Interview with Nude/Portrait photographer Milosz Wozaczynski

Interview with Nude/Portrait photographer Milosz Wozaczynski


Fine-art, nude and portrait photographer. Born in 1975 in Szczecin, currently living in United Kingdom. Self-taught photographer. In his work he mainly engages in portraits and creative photography. He usually uses large format camera with classic photosensitive materials but also x-ray films. The winner of a golden medal award in the Prix de la Photographie Paris PX3 and a laureate of 2012 Hasselblad Masters competition. His works are being shown at several exhibitions across the world.

© Milosz Wozaczynski A man and a woman

© Milosz Wozaczynski

How and when did you become interested in photography?

I’m interested in photography since my early age. I was about 12 when I started to attend photography club at my primary school. Most of the people in my family were taking the pictures so it was natural for me to start. But I started to treat it more serious about 10 years ago after shooting portrait session with professional model. She was real pro working on cat walks in Milan. It was great opportunity, and after that I realized that shooting pictures of people is what I really wanna do.

Is there any artist/photographer who inspired your art?

At some point I was really inspired by Irving Penn and Rodney Smith. I was also influenced by Mark Laita’s “created equal” series, and by some pictures of Jan Saudek. But honestly at some point I realized it would be the best to go my own way, to try to not work under the influence and not to be too much inspired if you know what I mean. It’s really good to look on the pictures of the masters, but it’s absolutely crucial to find your own style.

Why do you work in black and white rather than colour?

I prefer simplicity of BW images. The shadow play also looks nicer for me in monochrome images. Even when I’m shooting my commercial stuff in colour, my camera is turn to black and white preview for most of the time.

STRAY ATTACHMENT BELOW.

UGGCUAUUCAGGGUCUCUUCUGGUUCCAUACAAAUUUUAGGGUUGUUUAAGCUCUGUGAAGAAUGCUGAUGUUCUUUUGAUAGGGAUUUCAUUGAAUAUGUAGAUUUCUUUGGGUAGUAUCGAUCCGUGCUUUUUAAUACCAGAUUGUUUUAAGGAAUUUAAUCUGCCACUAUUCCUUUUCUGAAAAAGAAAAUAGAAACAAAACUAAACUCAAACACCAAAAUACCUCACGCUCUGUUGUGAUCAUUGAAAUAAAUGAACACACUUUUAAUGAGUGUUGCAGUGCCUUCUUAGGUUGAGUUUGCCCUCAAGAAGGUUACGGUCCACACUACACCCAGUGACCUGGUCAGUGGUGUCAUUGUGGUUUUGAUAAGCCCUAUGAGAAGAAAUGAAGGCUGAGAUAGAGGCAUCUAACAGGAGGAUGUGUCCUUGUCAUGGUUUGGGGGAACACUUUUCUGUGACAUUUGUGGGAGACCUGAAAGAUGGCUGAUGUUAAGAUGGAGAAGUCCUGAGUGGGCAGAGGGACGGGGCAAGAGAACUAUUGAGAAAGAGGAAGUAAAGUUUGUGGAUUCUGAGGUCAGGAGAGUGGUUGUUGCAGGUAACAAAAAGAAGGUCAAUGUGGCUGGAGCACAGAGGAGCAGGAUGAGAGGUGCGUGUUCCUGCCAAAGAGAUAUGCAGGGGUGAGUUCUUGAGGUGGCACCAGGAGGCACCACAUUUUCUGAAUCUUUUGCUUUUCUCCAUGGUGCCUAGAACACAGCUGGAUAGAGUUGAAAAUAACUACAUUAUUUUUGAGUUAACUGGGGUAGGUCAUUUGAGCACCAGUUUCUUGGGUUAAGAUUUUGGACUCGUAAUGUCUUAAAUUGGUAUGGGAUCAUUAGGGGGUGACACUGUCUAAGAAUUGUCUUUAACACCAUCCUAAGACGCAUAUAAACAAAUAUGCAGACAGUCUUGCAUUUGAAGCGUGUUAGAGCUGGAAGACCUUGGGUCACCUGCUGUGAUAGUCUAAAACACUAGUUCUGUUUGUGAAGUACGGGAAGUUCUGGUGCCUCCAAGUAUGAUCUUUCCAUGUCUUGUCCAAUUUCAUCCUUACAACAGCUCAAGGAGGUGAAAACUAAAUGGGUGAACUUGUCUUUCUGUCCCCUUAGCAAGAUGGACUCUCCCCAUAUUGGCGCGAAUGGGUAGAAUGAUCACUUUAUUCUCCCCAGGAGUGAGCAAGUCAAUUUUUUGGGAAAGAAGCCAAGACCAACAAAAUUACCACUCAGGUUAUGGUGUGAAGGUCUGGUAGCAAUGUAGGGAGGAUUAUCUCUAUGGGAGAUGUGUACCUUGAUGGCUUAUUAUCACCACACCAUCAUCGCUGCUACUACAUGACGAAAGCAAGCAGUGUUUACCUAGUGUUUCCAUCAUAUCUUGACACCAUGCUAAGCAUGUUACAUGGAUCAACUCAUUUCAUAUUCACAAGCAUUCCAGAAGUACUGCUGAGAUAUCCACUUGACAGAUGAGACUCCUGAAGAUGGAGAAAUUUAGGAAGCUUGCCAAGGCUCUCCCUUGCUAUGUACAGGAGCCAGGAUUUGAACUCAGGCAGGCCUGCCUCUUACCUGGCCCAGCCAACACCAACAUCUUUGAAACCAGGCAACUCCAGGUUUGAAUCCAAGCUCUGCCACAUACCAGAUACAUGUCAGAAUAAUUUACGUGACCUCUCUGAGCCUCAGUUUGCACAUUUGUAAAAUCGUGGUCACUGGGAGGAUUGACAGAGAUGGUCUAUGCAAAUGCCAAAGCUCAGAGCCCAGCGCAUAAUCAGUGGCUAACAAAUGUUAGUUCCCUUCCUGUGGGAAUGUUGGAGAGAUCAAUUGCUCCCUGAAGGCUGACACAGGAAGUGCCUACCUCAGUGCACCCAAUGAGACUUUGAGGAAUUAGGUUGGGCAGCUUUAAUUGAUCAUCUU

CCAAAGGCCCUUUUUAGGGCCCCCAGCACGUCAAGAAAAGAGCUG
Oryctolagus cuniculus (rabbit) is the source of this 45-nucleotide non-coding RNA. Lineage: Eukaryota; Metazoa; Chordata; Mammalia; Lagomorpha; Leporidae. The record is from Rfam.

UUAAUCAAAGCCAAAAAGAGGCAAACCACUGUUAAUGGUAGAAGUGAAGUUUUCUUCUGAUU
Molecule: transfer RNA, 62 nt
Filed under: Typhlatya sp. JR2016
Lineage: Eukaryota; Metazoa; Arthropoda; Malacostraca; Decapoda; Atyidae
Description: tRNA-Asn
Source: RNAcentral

How much preparation do you put into taking a photograph/series of photographs?

I cannot answer you straight away. It’s too much of a difference between the project and even the particular pictures. The first thing I need to say about my projects is that I never know when it starts, and in most cases I’m not sure when it’s finished. In most cases it looks like that: I’m finding new idea for a few pictures, and after shooting the photos I’m judging if it’s worth to continue or if I can find the way to make it more coherent. If I think it’s possible, I continue with the project. And in most cases I’m never finished. Let’s say at example of my “two people project” – I think that it would be boring to continue that, but on the other hand I don’t mind to shoot some more pictures within that theme if I’ll find out something interesting. I don’t really have a long term plans about my pictures, most of my pictures were shot ad lib. I’m improvising a lot on the sessions. Just in a few cases I planned everything before session. I’m a chaotic person…
I’m mostly using large format camera, so it means that I’m not shooting a lot of pictures on each session. In most cases I’m just taking 6 pictures or so. On each shooting I’m setting up the plan, checking everything carefully for a few times, and when I’m happy with what I see – I’m shooting one picture. Then I’m rearranging everything slightly, and again shooting. That how it works for me for most of the time.

Where is your photography going? What projects would you like to accomplish?

At the moment I shot a few portrait of an “old school British Bikers”, and thought that I will continue it as a project as I found it really interesting for me. So, probably I will continue it this year. And honestly I don’t know if I’ll finish it or no. Probably it’s one of the “never finished” projects. As my “Portrait of a Man” series. I’m all of the time able to find some interesting face to make the portrait.

Website: www.wozaczynski.com

© Milosz Wozaczynski Boredom

© Milosz Wozaczynski

© Milosz Wozaczynski Hapiness

© Milosz Wozaczynski

© Milosz Wozaczynski Hard choice

© Milosz Wozaczynski

© Milosz Wozaczynski Lateness

© Milosz Wozaczynski

© Milosz Wozaczynski Man and the Norton motorcycle

© Milosz Wozaczynski

© Milosz Wozaczynski Man with his Enfield motorcycle

© Milosz Wozaczynski

© Milosz Wozaczynski Man with tatoos

© Milosz Wozaczynski

© Milosz Wozaczynski Mr Skier

© Milosz Wozaczynski

© Milosz Wozaczynski Mr. Conductor

© Milosz Wozaczynski

© Milosz Wozaczynski Mr. Cook

© Milosz Wozaczynski

© Milosz Wozaczynski Mr. Fireman

© Milosz Wozaczynski

© Milosz Wozaczynski Ommited person

© Milosz Wozaczynski

© Milosz Wozaczynski Pensive man

© Milosz Wozaczynski

© Milosz Wozaczynski Personal Trainer

© Milosz Wozaczynski

© Milosz Wozaczynski Portrait of the man

© Milosz Wozaczynski

© Milosz Wozaczynski Portrait with legs

© Milosz Wozaczynski

© Milosz Wozaczynski Portrait with the chair

© Milosz Wozaczynski

© Milosz Wozaczynski The man in trousers

© Milosz Wozaczynski

© Milosz Wozaczynski The point of interest

© Milosz Wozaczynski


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